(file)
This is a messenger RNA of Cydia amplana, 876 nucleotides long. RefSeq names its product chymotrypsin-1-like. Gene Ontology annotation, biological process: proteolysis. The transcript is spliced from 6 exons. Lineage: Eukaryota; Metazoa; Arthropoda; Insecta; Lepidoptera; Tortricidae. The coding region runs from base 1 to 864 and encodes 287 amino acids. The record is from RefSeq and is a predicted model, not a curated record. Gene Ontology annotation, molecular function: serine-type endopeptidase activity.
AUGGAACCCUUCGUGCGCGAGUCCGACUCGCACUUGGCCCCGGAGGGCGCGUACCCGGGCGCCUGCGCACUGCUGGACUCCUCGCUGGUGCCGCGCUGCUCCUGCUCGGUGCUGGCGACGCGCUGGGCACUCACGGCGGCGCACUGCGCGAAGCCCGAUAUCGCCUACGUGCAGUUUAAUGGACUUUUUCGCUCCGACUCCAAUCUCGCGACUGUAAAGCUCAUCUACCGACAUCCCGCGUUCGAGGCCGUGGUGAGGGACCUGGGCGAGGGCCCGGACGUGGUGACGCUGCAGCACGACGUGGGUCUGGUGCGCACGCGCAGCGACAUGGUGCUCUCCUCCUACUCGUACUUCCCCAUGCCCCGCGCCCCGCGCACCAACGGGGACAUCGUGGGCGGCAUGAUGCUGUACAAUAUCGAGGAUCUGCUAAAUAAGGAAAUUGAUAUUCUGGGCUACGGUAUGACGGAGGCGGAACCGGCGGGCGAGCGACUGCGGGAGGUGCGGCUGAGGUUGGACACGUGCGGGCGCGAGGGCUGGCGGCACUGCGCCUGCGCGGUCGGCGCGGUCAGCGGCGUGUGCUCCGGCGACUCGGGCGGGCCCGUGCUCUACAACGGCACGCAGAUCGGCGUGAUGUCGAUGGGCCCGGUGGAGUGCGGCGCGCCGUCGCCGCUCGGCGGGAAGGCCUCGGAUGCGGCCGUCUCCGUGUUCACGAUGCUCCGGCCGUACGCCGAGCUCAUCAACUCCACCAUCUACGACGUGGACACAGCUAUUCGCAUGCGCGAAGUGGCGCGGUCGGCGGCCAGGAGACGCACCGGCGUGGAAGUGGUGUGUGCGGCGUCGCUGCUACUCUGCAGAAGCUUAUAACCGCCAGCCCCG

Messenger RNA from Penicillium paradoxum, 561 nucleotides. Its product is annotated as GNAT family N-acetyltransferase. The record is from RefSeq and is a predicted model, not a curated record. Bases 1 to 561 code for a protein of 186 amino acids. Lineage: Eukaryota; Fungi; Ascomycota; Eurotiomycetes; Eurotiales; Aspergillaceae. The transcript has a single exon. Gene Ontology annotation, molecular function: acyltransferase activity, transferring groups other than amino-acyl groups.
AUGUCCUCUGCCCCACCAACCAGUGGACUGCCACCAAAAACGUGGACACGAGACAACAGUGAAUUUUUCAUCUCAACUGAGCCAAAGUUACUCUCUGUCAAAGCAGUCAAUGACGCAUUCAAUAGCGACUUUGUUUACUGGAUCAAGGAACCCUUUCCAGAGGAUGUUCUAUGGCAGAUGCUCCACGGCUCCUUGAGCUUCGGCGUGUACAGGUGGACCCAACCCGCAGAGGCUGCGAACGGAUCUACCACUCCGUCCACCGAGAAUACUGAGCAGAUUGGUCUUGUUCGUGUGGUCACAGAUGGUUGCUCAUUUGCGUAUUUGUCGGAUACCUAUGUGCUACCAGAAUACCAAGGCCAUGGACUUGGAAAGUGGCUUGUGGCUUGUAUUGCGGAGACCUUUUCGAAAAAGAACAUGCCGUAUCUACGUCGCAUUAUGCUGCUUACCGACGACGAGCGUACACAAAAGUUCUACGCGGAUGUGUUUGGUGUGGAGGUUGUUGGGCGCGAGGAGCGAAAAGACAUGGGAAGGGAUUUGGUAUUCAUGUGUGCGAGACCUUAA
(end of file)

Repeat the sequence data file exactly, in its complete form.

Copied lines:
This is a messenger RNA of Cydia amplana, 876 nucleotides long. RefSeq names its product chymotrypsin-1-like. Gene Ontology annotation, biological process: proteolysis. The transcript is spliced from 6 exons. Lineage: Eukaryota; Metazoa; Arthropoda; Insecta; Lepidoptera; Tortricidae. The coding region runs from base 1 to 864 and encodes 287 amino acids. The record is from RefSeq and is a predicted model, not a curated record. Gene Ontology annotation, molecular function: serine-type endopeptidase activity.
AUGGAACCCUUCGUGCGCGAGUCCGACUCGCACUUGGCCCCGGAGGGCGCGUACCCGGGCGCCUGCGCACUGCUGGACUCCUCGCUGGUGCCGCGCUGCUCCUGCUCGGUGCUGGCGACGCGCUGGGCACUCACGGCGGCGCACUGCGCGAAGCCCGAUAUCGCCUACGUGCAGUUUAAUGGACUUUUUCGCUCCGACUCCAAUCUCGCGACUGUAAAGCUCAUCUACCGACAUCCCGCGUUCGAGGCCGUGGUGAGGGACCUGGGCGAGGGCCCGGACGUGGUGACGCUGCAGCACGACGUGGGUCUGGUGCGCACGCGCAGCGACAUGGUGCUCUCCUCCUACUCGUACUUCCCCAUGCCCCGCGCCCCGCGCACCAACGGGGACAUCGUGGGCGGCAUGAUGCUGUACAAUAUCGAGGAUCUGCUAAAUAAGGAAAUUGAUAUUCUGGGCUACGGUAUGACGGAGGCGGAACCGGCGGGCGAGCGACUGCGGGAGGUGCGGCUGAGGUUGGACACGUGCGGGCGCGAGGGCUGGCGGCACUGCGCCUGCGCGGUCGGCGCGGUCAGCGGCGUGUGCUCCGGCGACUCGGGCGGGCCCGUGCUCUACAACGGCACGCAGAUCGGCGUGAUGUCGAUGGGCCCGGUGGAGUGCGGCGCGCCGUCGCCGCUCGGCGGGAAGGCCUCGGAUGCGGCCGUCUCCGUGUUCACGAUGCUCCGGCCGUACGCCGAGCUCAUCAACUCCACCAUCUACGACGUGGACACAGCUAUUCGCAUGCGCGAAGUGGCGCGGUCGGCGGCCAGGAGACGCACCGGCGUGGAAGUGGUGUGUGCGGCGUCGCUGCUACUCUGCAGAAGCUUAUAACCGCCAGCCCCG

Messenger RNA from Penicillium paradoxum, 561 nucleotides. Its product is annotated as GNAT family N-acetyltransferase. The record is from RefSeq and is a predicted model, not a curated record. Bases 1 to 561 code for a protein of 186 amino acids. Lineage: Eukaryota; Fungi; Ascomycota; Eurotiomycetes; Eurotiales; Aspergillaceae. The transcript has a single exon. Gene Ontology annotation, molecular function: acyltransferase activity, transferring groups other than amino-acyl groups.
AUGUCCUCUGCCCCACCAACCAGUGGACUGCCACCAAAAACGUGGACACGAGACAACAGUGAAUUUUUCAUCUCAACUGAGCCAAAGUUACUCUCUGUCAAAGCAGUCAAUGACGCAUUCAAUAGCGACUUUGUUUACUGGAUCAAGGAACCCUUUCCAGAGGAUGUUCUAUGGCAGAUGCUCCACGGCUCCUUGAGCUUCGGCGUGUACAGGUGGACCCAACCCGCAGAGGCUGCGAACGGAUCUACCACUCCGUCCACCGAGAAUACUGAGCAGAUUGGUCUUGUUCGUGUGGUCACAGAUGGUUGCUCAUUUGCGUAUUUGUCGGAUACCUAUGUGCUACCAGAAUACCAAGGCCAUGGACUUGGAAAGUGGCUUGUGGCUUGUAUUGCGGAGACCUUUUCGAAAAAGAACAUGCCGUAUCUACGUCGCAUUAUGCUGCUUACCGACGACGAGCGUACACAAAAGUUCUACGCGGAUGUGUUUGGUGUGGAGGUUGUUGGGCGCGAGGAGCGAAAAGACAUGGGAAGGGAUUUGGUAUUCAUGUGUGCGAGACCUUAA